Diabetic? Make Sure You're Taking Care Of Your Feet

When you're a diabetic, you need to take better care of your feet than the average person. Due to the poor peripheral circulation that often comes with diabetes, a minor issue like an ingrown toenail or blister can turn ugly quickly, leading to serious infections that may even cost you your toes. Follow these tips to take better care of your feet as a diabetic.

Trim your toenails regularly and carefully.

Failing to trim your toenails regularly can lead to ingrown nails, cuts on the toes, and fungal growth. If you are flexible enough to trim your toenails yourself, make sure you're doing this once every week to two weeks. Cut the nails straight across, and be very careful not to cut yourself while trimming them. If you have limited dexterity or are unable to bend to cut your toenails effectively, have a friend, relative or caretaker trim the nails for you.

Wear shoes at all times.

Walking around the house barefoot is not a good idea when you're a diabetic. Stubbing your toe or cutting your foot could be the start of a serious infection. So invest in a comfortable pair of walking shoes that does not rub or irritate your feet, and wear them – along with a well padded pair of socks – at all times when you're awake.

Massage your feet with lotion each day.

Rubbing lotion into your feet each day lowers your risk of infections by keeping the skin soft and healthy. The massaging also helps promote better circulation. Use a non-scented lotion, since perfumes and scents can sometimes irritate the more sensitive skin on your feet. Start by massaging with gentle pressure, and increase the pressure slowly over a period of a few minutes. After you're done massaging your feet, sit down with your feet raised above the level of your heart. This will encourage extra fluid to work its way back into your circulatory system, reducing any swelling in your feet.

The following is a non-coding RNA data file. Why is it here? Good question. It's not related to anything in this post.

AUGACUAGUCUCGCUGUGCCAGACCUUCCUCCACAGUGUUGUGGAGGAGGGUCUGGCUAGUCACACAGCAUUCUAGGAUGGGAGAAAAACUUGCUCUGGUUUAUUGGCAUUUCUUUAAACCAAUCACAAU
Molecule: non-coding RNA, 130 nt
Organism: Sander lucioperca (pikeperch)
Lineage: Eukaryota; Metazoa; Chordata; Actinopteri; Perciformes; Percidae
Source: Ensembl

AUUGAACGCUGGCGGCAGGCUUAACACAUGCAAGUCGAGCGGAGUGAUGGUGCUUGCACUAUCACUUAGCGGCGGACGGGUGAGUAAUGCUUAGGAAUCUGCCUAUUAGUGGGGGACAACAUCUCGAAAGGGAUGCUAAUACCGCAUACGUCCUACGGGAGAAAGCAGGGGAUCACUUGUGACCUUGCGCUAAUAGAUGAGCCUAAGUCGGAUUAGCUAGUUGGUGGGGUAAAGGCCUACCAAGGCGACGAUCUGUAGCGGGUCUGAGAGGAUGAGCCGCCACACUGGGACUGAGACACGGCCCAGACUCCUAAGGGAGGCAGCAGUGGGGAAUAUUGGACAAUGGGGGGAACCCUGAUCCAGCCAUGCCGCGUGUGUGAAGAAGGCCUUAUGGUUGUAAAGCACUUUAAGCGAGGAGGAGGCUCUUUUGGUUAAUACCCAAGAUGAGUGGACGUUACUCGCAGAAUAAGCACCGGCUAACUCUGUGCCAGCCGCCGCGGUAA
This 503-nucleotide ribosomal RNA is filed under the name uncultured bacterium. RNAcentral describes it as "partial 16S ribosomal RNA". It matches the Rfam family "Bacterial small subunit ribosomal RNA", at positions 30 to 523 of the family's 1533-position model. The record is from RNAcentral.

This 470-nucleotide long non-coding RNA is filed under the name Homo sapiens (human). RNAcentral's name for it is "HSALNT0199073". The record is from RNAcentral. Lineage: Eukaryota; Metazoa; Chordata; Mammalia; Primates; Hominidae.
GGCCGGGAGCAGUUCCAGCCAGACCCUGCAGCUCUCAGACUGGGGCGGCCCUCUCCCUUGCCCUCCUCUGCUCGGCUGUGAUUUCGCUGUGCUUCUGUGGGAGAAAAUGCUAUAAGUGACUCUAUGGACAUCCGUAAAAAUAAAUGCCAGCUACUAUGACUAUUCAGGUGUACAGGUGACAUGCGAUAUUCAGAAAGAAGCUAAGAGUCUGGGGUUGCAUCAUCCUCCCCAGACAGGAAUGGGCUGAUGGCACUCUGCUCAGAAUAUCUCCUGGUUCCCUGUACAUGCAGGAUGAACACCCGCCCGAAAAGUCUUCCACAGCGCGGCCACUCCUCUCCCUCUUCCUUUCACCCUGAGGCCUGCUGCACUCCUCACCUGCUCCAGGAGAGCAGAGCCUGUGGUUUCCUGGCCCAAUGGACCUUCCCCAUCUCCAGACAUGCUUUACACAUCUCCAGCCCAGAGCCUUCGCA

See a podiatrist regularly.

It's a good idea to have a yearly checkup with a podiatrist who has experience working with diabetic patients. During this appointment, your doctor can check to ensure you're not developing any ingrown toenails that need to be trimmed. He or she can check for calluses that may suggest your shoes are not fitting properly and let you know if there's anything else you need to change about your foot care regimen to keep your feet in good health.

Don't let diabetes claim your feet. By following the tips above, you'll protect yourself against infections and other problems related to restricted blood flow. For more tips, contact a clinic like Foot & Ankle Care Center PA.